1. Occasion-based advertising needs to see better ‘days’; here’s what to do and what not to

Occasion-based advertising needs to see better ‘days’; here’s what to do and what not to

There are days on the calendar, and then there are, well, ‘days’. Going by the kind of creatives one sees, occasion-based advertising needs to see better ‘days’. Here’s what to do, and very clearly, what not to

By: | Published: March 21, 2017 3:42 AM
The answer can be found in that Holy Grail of advertising clichés and insights.

The marketing calendar is starting to look a bit like the calendar we hang on the wall of our homes. It has months, weeks, days and ‘days’. And the number of ‘days’ are multiplying like bacteria in a petri dish. Like allergies in spring season. Like goof-ups during Donald’s time in the Oval office. Like a frog croaks in… you get the drift. First there was Diwali, New Year, Independence Day. Then Valentine’s Day came to the party bearing flowers, chocolate and cavities. Friendship Day gate-crashed. So did Mother’s Day, International Women’s Day, Father’s Day. IPL came in with a whole month-and-a-half of ‘days’. Is there a Hair Transplant Day? No? Well, give it a year and we just might see #NewlyHairyHead trending on Twitter. If brands get in on all that action, they will be spending more time celebrating than selling. Or is there a way to  do both?

The answer can be found in that Holy Grail of advertising clichés and insights. But first, let us take a hard look at what most advertising is like on these special days. If it’s Diwali, every other ad uses one of the following words — sparkle, light, festival, firecracker, festive season, celebrate. Some are brave enough to use many of them. Like this gem, ‘Celebrate the festival of lights with our firecracker of an offer. Starburst 30% off.’

Beyond lazy marketing

This is just lazy marketing. The people who do it forget that their ad is the least important message their audience will get that day. It will be fighting phone calls and text messages from loved ones. And Facebook posts from people they care about. Not to mention, a bunch of other ads that look kind of like yours does. So, how do you, as a brand, make your presence felt?

You could try this. Don’t contribute to the noise. Instead, find a way to add an interesting meaning to the day. Dig deeper into what makes that day or occasion special to the people who celebrate it.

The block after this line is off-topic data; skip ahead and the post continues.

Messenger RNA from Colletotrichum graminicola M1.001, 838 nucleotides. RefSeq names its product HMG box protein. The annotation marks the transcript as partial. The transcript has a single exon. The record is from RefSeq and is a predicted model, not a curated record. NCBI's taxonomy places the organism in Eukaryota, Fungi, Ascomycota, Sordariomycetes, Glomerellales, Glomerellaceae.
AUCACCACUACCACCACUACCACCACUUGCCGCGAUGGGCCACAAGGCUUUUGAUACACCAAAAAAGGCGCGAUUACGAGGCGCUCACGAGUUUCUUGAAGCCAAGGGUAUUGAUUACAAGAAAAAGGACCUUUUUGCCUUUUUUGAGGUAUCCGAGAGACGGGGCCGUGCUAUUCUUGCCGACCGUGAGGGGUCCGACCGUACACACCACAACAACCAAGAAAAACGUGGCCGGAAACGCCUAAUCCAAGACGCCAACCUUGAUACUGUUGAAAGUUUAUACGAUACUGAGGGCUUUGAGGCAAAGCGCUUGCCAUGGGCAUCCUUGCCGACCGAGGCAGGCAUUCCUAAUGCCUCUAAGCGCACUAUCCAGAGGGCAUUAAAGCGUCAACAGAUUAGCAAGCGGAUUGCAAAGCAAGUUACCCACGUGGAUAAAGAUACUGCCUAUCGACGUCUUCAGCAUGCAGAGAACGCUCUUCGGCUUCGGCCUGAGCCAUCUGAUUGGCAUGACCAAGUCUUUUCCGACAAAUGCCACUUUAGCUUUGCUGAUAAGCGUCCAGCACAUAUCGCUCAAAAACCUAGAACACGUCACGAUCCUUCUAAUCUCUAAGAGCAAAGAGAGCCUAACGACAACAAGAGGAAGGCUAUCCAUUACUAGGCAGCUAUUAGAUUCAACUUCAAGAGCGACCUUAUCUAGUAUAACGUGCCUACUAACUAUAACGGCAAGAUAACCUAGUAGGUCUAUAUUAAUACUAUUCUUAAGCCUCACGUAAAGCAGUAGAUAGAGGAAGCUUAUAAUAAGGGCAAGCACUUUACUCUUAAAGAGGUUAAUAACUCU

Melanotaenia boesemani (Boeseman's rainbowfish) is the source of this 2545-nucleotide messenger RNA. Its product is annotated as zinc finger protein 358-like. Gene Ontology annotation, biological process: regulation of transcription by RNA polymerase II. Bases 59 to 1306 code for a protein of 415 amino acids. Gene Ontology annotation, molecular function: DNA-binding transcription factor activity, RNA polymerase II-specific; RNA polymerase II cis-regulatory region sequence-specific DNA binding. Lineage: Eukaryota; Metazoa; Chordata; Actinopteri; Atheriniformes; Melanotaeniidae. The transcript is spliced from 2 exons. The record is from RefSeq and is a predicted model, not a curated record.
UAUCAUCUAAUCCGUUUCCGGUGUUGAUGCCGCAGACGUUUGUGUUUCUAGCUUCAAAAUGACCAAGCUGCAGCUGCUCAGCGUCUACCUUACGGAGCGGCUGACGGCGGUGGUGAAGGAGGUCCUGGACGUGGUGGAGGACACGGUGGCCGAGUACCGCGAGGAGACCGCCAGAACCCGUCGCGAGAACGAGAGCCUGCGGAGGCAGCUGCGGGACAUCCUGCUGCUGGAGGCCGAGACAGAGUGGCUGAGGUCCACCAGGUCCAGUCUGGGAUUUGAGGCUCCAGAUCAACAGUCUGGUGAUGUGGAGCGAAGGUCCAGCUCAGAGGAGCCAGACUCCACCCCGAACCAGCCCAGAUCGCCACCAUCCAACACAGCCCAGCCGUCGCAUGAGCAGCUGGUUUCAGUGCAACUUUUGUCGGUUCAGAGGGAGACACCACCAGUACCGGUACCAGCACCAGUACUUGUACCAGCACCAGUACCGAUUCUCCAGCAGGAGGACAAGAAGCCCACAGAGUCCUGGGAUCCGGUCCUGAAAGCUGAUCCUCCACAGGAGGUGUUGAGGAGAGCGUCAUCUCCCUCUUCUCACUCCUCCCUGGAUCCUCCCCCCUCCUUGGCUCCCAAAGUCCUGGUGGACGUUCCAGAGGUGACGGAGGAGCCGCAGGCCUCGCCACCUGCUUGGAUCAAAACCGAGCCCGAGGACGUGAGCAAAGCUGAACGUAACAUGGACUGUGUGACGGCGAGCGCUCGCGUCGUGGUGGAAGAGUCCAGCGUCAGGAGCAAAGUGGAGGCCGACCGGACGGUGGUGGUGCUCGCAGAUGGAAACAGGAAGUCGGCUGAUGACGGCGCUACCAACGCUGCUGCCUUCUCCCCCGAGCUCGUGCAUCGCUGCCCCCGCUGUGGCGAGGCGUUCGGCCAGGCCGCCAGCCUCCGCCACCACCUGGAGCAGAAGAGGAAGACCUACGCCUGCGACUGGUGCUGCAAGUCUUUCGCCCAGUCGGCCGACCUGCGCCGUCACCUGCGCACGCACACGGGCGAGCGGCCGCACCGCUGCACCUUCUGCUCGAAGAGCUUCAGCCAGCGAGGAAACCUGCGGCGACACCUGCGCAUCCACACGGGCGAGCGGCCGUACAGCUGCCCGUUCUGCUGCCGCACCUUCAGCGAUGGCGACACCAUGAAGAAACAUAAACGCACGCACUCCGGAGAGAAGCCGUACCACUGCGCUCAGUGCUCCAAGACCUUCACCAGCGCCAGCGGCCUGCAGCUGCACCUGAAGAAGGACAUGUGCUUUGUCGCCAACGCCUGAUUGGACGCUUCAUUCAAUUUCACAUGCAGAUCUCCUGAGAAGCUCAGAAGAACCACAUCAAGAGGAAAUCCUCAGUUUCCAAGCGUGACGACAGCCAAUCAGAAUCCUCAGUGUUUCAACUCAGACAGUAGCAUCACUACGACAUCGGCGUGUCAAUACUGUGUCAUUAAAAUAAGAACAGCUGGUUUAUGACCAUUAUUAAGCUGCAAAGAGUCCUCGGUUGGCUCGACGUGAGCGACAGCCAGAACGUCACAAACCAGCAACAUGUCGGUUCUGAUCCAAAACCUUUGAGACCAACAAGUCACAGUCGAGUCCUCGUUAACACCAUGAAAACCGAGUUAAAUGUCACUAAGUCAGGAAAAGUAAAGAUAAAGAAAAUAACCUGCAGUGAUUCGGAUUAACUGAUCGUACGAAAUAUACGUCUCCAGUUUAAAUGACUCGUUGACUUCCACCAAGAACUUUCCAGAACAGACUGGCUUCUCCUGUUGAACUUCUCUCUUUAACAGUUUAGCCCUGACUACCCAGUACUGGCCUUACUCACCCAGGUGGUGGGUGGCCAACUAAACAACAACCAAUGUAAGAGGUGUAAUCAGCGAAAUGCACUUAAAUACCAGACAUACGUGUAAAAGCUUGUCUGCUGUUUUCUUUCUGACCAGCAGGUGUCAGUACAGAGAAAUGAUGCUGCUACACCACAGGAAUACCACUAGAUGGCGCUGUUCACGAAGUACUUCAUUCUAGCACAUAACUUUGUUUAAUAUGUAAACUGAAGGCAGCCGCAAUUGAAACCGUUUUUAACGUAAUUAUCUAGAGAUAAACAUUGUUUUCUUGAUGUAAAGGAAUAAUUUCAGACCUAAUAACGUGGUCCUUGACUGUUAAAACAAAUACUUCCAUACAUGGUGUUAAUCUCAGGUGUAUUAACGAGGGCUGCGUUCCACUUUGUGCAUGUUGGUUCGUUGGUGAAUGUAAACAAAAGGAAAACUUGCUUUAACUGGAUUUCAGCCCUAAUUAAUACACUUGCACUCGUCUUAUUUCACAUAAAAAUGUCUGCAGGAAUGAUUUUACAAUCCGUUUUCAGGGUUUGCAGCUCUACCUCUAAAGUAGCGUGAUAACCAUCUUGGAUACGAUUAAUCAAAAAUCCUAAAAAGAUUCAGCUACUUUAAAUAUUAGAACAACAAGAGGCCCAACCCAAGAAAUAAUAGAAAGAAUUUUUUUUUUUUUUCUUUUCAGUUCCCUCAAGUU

Search for nuggets of feelings that surround it, how it impacts their relationships with family, friends and even the society they live in. If you are lucky, you will stumble across a tension that your brand can solve. Or find an undercover cultural trend that you can amplify. Once you have got it, express it in a way that is fresh. Sounds obvious, doesn’t it? But obviously not many do it. Remember greatness is not just achieved by doing big things, but by doing the little things brilliantly.

That said, you also have to be aware that some of these special days may not be right for your brand. For instance, if Kamasutra condoms wishes people Happy Father’s Day, it would be funny at best, and tweetstorm worthy at worst. But they may want to explore creating a new occasion, Not Father’s Day. A day that celebrates the men who have brought more into this world than just a child. Before all you toddler toting activists go ballistic on my derriere, let me hasten to add, I am kidding.

Now let’s say you have decided which of all these days you are going to leverage for your brand. Let me tell you what is going to happen. You will have total memory loss of the events till a week before each big day. Unfortunately so will your agency. You will tell the account guy that the ad has to be ready in three days. She will tell creative it has to be done in one. It will get out. You will heave a sigh of relief. And another opportunity for the brand to connect with its audience will breathe its last.

Folks, here is a simple rule. If it is important enough to spend your money on, it deserves some forward planning and enough time to get it right. You have a calendar on your smartphone, your laptop and your desk. Please, please, please, use one of them. Your brand will thank you.

The author is managing director & CCO, Publicis Worldwide South Asia

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